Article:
A group wants to add black and brown to the colours of the Pride flag
A campaign group has proposed adding two extra colours to the Pride rainbow flag as a symbol of inclusivity within the LGBT+ community.
The group, More Color More Pride, hopes that the traditional six-colour rainbow flag designed by artist Gilbert Baker will be altered to include black and brown.
“In 1978, artist Gilbert Baker designed the original rainbow flag,” reads the campaign site.
“An iconic symbol of LGBTQ+ unity. So much has happened since then. A lot of good, but there’s more we can do. Especially when it comes to recognizing people of color in the LGBTQ+ community. To fuel this important conversation, we’ve expanded the colors of the flag to include black and brown.
“It may seem like a small step. But together we can make big strides toward a truly inclusive community.”
The new design of the flag has been made by Tierney, an ad agency based in Philadelphia.
The company made the design and approached the Office of LGBT Affairs.
Speaking to Philadelphia Gay News, Amber Hikes, the city’s director of LGBT Affairs said: “Seeing an image like this flag instils so much pride in me as a queer black woman… When I see the flag, I feel like I see myself.”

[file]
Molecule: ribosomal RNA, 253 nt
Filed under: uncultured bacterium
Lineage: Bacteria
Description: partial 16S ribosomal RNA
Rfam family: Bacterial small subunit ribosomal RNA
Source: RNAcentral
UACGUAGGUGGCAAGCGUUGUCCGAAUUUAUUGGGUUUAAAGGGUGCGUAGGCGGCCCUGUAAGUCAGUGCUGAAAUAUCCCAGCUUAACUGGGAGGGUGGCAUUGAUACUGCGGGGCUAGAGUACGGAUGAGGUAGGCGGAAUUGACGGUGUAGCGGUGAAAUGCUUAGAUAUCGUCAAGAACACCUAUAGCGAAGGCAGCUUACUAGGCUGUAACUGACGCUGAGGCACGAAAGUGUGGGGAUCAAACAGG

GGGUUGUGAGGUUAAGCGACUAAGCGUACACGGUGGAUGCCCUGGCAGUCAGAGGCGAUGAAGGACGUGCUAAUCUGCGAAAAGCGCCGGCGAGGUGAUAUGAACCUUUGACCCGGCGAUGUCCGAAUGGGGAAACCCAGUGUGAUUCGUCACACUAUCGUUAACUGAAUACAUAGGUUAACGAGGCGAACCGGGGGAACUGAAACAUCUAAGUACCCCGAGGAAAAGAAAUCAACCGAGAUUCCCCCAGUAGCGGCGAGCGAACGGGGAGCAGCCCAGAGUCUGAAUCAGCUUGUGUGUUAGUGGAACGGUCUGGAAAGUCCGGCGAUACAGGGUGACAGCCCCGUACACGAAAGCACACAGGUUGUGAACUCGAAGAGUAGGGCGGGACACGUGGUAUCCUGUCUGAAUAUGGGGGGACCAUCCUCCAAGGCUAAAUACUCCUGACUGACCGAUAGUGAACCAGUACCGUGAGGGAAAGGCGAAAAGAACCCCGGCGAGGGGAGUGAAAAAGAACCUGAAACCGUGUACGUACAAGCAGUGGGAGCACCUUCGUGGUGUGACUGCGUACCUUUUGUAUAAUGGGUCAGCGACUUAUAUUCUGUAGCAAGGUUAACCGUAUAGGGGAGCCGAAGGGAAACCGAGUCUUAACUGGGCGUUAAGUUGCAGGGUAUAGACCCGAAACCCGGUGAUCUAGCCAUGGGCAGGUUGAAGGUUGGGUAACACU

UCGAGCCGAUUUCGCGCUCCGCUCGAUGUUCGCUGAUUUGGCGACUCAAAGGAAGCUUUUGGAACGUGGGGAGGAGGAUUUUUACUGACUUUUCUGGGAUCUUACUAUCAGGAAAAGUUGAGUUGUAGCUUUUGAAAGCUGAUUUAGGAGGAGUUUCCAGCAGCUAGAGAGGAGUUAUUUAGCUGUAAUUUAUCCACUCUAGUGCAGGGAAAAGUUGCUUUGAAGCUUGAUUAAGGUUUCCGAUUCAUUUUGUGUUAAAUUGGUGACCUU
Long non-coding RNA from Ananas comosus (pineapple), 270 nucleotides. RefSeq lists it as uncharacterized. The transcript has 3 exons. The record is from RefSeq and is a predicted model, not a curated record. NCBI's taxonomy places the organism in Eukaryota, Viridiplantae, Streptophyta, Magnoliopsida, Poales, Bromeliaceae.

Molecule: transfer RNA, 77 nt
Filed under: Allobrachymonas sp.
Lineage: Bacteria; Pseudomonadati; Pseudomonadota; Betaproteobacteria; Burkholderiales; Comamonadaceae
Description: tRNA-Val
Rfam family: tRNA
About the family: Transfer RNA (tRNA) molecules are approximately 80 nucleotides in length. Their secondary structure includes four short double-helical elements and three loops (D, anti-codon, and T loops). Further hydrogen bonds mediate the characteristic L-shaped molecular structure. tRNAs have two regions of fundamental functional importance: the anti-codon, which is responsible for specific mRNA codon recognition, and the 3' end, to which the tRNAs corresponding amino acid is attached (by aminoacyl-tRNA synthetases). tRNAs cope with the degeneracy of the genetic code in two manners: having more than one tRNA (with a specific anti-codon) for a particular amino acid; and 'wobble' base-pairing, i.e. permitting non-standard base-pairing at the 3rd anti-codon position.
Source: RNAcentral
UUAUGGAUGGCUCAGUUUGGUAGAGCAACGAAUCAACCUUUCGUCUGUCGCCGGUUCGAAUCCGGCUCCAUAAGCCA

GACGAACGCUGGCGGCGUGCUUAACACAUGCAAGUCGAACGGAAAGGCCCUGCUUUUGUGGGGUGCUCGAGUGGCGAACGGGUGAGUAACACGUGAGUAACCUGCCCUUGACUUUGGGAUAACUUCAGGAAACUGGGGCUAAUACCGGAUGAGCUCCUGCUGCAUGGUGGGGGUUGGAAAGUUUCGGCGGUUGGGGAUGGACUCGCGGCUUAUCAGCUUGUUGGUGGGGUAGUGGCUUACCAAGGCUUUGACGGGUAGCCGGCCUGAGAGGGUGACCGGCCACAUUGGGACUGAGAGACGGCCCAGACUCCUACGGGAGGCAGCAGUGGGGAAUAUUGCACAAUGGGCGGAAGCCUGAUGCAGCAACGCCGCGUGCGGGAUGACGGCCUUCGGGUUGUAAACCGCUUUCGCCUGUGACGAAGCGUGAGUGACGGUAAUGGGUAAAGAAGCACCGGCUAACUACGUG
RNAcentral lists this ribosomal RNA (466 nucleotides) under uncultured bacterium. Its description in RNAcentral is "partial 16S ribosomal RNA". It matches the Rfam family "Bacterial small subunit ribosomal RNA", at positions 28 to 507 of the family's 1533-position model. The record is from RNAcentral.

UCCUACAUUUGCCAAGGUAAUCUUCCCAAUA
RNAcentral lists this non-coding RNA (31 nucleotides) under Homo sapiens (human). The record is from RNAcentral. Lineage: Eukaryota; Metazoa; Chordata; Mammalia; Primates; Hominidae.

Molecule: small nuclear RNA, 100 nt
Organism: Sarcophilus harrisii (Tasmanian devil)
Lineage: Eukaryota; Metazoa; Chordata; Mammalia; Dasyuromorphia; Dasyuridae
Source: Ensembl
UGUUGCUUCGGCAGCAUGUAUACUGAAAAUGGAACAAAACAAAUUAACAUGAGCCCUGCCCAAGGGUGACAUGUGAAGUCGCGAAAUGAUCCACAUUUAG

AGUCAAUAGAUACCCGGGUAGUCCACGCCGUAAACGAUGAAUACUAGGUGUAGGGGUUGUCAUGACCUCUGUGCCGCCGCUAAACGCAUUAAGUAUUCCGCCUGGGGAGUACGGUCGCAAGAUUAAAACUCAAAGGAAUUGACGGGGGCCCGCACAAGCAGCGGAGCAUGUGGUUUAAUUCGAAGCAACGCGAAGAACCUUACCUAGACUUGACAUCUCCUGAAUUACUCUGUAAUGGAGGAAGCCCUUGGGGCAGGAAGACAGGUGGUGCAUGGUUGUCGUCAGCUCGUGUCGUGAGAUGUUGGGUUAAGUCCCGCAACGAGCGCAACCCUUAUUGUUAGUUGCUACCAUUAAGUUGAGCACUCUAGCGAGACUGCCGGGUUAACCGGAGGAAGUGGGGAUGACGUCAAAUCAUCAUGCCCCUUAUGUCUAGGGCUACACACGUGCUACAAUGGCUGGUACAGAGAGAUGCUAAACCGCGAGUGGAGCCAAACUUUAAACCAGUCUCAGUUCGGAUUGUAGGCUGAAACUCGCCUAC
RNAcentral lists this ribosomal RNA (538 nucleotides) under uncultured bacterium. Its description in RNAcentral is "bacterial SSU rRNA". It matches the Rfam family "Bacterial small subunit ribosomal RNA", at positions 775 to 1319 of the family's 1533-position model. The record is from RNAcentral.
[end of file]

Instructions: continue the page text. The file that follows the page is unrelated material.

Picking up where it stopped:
Check out the More Color More Pride site here.
The original Pride flag designer Gilbert Baker died back in March, age 65.
A friend, Cleve Jones, also a civil rights activist, shared the news of Baker’s death on Twitter.
Born in Kansas, Baker moved to San Francisco in 1972 after serving in the US Army for two years.
“Flags are about power,” Baker told ABC7 news.
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“Flags say something. You put a rainbow flag on your windshield and you’re saying something.”
Of the rainbow flag, which is flown at Pride events and protests around the world, Baker said each colour represents something different.
“Pink is for sex, red for life, orange for healing, yellow for sun,” He told ABC7.
“Green for nature, turquoise for magic, blue for serenity and purple for the spirit. I like to think of those elements as in every person, everyone shares that.”
After creating the iconic flag, Baker was commissioned by San Francisco Mayor Dianne Feinstein to create the flag for her first elected inaugural.
He also designed flags for the Democratic National Convention in 1984.